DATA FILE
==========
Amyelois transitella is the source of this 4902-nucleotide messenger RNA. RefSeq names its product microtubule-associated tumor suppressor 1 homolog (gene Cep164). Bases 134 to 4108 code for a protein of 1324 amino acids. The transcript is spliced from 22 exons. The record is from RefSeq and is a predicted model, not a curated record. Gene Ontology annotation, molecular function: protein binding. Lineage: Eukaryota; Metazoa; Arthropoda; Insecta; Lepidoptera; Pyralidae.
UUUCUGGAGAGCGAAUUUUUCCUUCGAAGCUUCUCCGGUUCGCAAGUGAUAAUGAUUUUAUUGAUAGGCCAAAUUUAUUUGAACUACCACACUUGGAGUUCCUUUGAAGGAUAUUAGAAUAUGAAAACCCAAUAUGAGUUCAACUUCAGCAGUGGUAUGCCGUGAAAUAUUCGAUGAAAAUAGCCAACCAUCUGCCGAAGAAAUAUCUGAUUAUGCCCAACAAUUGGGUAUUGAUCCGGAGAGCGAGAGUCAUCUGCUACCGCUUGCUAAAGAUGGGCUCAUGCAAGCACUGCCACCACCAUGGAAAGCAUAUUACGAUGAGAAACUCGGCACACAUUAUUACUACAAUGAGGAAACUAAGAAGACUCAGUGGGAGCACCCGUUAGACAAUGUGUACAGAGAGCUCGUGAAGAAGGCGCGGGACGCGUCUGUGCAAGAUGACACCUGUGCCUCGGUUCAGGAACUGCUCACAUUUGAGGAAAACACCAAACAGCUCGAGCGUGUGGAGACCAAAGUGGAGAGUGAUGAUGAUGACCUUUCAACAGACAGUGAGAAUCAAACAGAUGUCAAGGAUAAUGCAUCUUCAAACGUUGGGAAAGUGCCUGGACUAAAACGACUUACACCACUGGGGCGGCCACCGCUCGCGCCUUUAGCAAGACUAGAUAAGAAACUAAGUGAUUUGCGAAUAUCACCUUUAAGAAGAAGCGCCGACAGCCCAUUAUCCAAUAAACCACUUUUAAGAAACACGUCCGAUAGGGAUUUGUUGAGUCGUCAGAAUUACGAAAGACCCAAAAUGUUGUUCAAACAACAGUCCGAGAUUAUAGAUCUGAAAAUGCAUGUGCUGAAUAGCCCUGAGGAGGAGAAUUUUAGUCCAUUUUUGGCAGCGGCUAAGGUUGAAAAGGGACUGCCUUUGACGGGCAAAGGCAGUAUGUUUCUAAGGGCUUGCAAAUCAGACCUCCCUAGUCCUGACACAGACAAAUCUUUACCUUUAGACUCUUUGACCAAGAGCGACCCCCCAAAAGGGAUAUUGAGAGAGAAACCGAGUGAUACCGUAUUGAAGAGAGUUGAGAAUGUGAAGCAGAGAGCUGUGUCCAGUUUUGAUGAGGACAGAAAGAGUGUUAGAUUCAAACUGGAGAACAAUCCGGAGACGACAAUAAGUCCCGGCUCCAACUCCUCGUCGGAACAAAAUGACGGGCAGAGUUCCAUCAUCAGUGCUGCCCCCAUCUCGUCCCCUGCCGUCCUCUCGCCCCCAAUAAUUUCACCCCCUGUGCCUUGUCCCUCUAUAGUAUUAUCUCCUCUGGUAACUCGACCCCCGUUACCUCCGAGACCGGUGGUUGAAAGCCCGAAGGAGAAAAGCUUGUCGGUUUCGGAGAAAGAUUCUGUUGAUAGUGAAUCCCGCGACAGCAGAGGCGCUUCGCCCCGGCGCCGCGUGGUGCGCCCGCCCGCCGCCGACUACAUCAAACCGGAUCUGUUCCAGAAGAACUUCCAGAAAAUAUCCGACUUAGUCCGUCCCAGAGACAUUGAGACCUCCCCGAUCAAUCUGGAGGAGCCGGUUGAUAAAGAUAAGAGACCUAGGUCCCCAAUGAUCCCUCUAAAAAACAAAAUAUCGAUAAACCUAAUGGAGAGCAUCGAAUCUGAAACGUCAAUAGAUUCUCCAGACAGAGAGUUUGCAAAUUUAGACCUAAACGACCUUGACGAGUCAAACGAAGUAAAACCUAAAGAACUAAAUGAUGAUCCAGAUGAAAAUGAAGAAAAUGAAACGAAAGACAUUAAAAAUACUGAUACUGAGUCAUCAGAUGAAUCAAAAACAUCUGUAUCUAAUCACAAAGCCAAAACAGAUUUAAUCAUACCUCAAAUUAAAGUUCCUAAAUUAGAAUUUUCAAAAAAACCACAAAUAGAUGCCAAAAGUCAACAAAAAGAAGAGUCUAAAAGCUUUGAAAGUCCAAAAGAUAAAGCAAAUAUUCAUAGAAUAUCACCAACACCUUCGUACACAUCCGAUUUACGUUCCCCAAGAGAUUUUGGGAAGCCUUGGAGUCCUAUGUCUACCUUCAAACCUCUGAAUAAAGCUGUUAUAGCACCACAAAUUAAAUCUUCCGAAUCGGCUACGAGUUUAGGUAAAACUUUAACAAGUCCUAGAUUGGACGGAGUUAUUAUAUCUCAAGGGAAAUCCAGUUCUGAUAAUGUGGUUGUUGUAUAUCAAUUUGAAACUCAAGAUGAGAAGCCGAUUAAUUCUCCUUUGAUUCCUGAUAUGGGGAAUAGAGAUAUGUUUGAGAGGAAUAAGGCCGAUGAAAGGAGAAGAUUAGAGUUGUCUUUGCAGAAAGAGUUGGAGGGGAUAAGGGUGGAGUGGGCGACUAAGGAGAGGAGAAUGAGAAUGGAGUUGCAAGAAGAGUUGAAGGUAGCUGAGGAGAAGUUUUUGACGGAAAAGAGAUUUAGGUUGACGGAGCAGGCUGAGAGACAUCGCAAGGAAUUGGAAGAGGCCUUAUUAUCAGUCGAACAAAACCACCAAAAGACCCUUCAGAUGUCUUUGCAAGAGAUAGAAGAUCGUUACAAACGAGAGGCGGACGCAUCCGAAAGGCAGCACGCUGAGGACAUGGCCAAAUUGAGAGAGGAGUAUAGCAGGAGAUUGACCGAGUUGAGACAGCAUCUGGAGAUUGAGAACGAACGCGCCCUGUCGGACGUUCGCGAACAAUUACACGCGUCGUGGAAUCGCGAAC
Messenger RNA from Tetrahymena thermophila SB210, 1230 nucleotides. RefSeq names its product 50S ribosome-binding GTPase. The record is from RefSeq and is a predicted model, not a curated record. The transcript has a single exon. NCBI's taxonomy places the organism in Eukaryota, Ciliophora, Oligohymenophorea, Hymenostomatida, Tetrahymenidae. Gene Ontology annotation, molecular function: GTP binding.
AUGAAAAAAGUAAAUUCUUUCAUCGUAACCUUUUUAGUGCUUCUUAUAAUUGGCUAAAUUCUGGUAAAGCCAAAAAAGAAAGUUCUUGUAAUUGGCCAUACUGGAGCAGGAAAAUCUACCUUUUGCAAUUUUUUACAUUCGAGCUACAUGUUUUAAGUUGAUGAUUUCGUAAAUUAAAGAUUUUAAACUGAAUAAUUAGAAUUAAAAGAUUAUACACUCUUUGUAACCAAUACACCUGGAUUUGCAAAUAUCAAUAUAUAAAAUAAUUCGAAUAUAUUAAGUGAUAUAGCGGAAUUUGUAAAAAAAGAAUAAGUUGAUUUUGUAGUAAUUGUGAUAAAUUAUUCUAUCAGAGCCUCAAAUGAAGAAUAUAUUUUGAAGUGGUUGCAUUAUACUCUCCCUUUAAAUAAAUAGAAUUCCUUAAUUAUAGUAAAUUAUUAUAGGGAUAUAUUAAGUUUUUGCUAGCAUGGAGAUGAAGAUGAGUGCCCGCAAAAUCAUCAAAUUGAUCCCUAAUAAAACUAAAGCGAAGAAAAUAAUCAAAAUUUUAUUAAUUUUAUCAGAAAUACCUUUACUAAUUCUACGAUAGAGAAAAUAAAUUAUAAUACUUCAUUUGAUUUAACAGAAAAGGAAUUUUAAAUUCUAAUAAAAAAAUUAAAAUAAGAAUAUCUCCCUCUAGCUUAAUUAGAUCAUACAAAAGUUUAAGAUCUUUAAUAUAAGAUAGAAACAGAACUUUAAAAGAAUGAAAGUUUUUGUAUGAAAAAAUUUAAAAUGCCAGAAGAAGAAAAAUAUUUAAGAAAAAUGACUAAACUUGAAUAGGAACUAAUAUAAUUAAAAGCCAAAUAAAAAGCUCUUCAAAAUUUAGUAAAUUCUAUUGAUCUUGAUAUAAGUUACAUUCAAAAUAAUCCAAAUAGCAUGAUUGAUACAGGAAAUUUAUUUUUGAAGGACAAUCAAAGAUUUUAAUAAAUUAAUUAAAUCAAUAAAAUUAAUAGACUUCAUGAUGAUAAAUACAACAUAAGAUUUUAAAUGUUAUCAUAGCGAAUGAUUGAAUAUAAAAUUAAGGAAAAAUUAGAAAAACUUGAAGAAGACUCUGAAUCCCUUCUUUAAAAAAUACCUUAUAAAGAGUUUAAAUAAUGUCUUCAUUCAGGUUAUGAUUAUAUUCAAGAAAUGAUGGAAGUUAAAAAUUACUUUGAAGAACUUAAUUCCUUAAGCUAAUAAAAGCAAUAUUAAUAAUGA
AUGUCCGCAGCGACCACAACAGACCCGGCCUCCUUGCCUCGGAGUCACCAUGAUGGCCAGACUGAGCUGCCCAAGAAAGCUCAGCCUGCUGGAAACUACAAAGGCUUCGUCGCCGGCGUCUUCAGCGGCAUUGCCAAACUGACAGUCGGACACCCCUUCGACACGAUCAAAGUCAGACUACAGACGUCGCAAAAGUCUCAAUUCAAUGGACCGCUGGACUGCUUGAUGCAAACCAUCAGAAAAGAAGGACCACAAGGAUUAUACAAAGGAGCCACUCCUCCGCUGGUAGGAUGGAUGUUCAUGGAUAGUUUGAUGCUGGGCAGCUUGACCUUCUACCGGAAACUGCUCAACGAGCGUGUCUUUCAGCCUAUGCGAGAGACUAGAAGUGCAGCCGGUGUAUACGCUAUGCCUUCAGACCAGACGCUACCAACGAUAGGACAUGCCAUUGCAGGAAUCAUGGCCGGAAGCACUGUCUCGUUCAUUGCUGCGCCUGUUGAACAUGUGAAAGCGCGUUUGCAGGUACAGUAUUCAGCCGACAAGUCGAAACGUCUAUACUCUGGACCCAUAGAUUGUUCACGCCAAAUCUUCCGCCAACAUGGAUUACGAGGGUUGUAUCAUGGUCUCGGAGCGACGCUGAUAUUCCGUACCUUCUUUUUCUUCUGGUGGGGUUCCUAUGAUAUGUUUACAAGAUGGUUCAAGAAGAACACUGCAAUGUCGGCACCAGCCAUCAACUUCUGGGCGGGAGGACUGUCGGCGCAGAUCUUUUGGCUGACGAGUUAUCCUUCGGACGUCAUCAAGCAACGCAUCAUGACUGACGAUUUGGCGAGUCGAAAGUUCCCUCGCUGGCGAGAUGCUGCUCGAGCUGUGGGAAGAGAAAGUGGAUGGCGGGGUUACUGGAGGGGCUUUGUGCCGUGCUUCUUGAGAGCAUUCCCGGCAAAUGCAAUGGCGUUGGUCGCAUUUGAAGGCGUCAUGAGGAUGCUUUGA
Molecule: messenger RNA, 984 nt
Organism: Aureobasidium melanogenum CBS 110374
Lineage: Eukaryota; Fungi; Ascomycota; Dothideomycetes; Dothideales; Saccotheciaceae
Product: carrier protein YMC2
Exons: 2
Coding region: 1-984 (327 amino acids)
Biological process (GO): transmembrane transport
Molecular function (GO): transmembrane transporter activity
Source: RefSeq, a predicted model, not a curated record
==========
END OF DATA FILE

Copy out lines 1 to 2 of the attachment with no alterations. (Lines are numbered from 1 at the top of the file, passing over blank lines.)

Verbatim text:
Amyelois transitella is the source of this 4902-nucleotide messenger RNA. RefSeq names its product microtubule-associated tumor suppressor 1 homolog (gene Cep164). Bases 134 to 4108 code for a protein of 1324 amino acids. The transcript is spliced from 22 exons. The record is from RefSeq and is a predicted model, not a curated record. Gene Ontology annotation, molecular function: protein binding. Lineage: Eukaryota; Metazoa; Arthropoda; Insecta; Lepidoptera; Pyralidae.
UUUCUGGAGAGCGAAUUUUUCCUUCGAAGCUUCUCCGGUUCGCAAGUGAUAAUGAUUUUAUUGAUAGGCCAAAUUUAUUUGAACUACCACACUUGGAGUUCCUUUGAAGGAUAUUAGAAUAUGAAAACCCAAUAUGAGUUCAACUUCAGCAGUGGUAUGCCGUGAAAUAUUCGAUGAAAAUAGCCAACCAUCUGCCGAAGAAAUAUCUGAUUAUGCCCAACAAUUGGGUAUUGAUCCGGAGAGCGAGAGUCAUCUGCUACCGCUUGCUAAAGAUGGGCUCAUGCAAGCACUGCCACCACCAUGGAAAGCAUAUUACGAUGAGAAACUCGGCACACAUUAUUACUACAAUGAGGAAACUAAGAAGACUCAGUGGGAGCACCCGUUAGACAAUGUGUACAGAGAGCUCGUGAAGAAGGCGCGGGACGCGUCUGUGCAAGAUGACACCUGUGCCUCGGUUCAGGAACUGCUCACAUUUGAGGAAAACACCAAACAGCUCGAGCGUGUGGAGACCAAAGUGGAGAGUGAUGAUGAUGACCUUUCAACAGACAGUGAGAAUCAAACAGAUGUCAAGGAUAAUGCAUCUUCAAACGUUGGGAAAGUGCCUGGACUAAAACGACUUACACCACUGGGGCGGCCACCGCUCGCGCCUUUAGCAAGACUAGAUAAGAAACUAAGUGAUUUGCGAAUAUCACCUUUAAGAAGAAGCGCCGACAGCCCAUUAUCCAAUAAACCACUUUUAAGAAACACGUCCGAUAGGGAUUUGUUGAGUCGUCAGAAUUACGAAAGACCCAAAAUGUUGUUCAAACAACAGUCCGAGAUUAUAGAUCUGAAAAUGCAUGUGCUGAAUAGCCCUGAGGAGGAGAAUUUUAGUCCAUUUUUGGCAGCGGCUAAGGUUGAAAAGGGACUGCCUUUGACGGGCAAAGGCAGUAUGUUUCUAAGGGCUUGCAAAUCAGACCUCCCUAGUCCUGACACAGACAAAUCUUUACCUUUAGACUCUUUGACCAAGAGCGACCCCCCAAAAGGGAUAUUGAGAGAGAAACCGAGUGAUACCGUAUUGAAGAGAGUUGAGAAUGUGAAGCAGAGAGCUGUGUCCAGUUUUGAUGAGGACAGAAAGAGUGUUAGAUUCAAACUGGAGAACAAUCCGGAGACGACAAUAAGUCCCGGCUCCAACUCCUCGUCGGAACAAAAUGACGGGCAGAGUUCCAUCAUCAGUGCUGCCCCCAUCUCGUCCCCUGCCGUCCUCUCGCCCCCAAUAAUUUCACCCCCUGUGCCUUGUCCCUCUAUAGUAUUAUCUCCUCUGGUAACUCGACCCCCGUUACCUCCGAGACCGGUGGUUGAAAGCCCGAAGGAGAAAAGCUUGUCGGUUUCGGAGAAAGAUUCUGUUGAUAGUGAAUCCCGCGACAGCAGAGGCGCUUCGCCCCGGCGCCGCGUGGUGCGCCCGCCCGCCGCCGACUACAUCAAACCGGAUCUGUUCCAGAAGAACUUCCAGAAAAUAUCCGACUUAGUCCGUCCCAGAGACAUUGAGACCUCCCCGAUCAAUCUGGAGGAGCCGGUUGAUAAAGAUAAGAGACCUAGGUCCCCAAUGAUCCCUCUAAAAAACAAAAUAUCGAUAAACCUAAUGGAGAGCAUCGAAUCUGAAACGUCAAUAGAUUCUCCAGACAGAGAGUUUGCAAAUUUAGACCUAAACGACCUUGACGAGUCAAACGAAGUAAAACCUAAAGAACUAAAUGAUGAUCCAGAUGAAAAUGAAGAAAAUGAAACGAAAGACAUUAAAAAUACUGAUACUGAGUCAUCAGAUGAAUCAAAAACAUCUGUAUCUAAUCACAAAGCCAAAACAGAUUUAAUCAUACCUCAAAUUAAAGUUCCUAAAUUAGAAUUUUCAAAAAAACCACAAAUAGAUGCCAAAAGUCAACAAAAAGAAGAGUCUAAAAGCUUUGAAAGUCCAAAAGAUAAAGCAAAUAUUCAUAGAAUAUCACCAACACCUUCGUACACAUCCGAUUUACGUUCCCCAAGAGAUUUUGGGAAGCCUUGGAGUCCUAUGUCUACCUUCAAACCUCUGAAUAAAGCUGUUAUAGCACCACAAAUUAAAUCUUCCGAAUCGGCUACGAGUUUAGGUAAAACUUUAACAAGUCCUAGAUUGGACGGAGUUAUUAUAUCUCAAGGGAAAUCCAGUUCUGAUAAUGUGGUUGUUGUAUAUCAAUUUGAAACUCAAGAUGAGAAGCCGAUUAAUUCUCCUUUGAUUCCUGAUAUGGGGAAUAGAGAUAUGUUUGAGAGGAAUAAGGCCGAUGAAAGGAGAAGAUUAGAGUUGUCUUUGCAGAAAGAGUUGGAGGGGAUAAGGGUGGAGUGGGCGACUAAGGAGAGGAGAAUGAGAAUGGAGUUGCAAGAAGAGUUGAAGGUAGCUGAGGAGAAGUUUUUGACGGAAAAGAGAUUUAGGUUGACGGAGCAGGCUGAGAGACAUCGCAAGGAAUUGGAAGAGGCCUUAUUAUCAGUCGAACAAAACCACCAAAAGACCCUUCAGAUGUCUUUGCAAGAGAUAGAAGAUCGUUACAAACGAGAGGCGGACGCAUCCGAAAGGCAGCACGCUGAGGACAUGGCCAAAUUGAGAGAGGAGUAUAGCAGGAGAUUGACCGAGUUGAGACAGCAUCUGGAGAUUGAGAACGAACGCGCCCUGUCGGACGUUCGCGAACAAUUACACGCGUCGUGGAAUCGCGAAC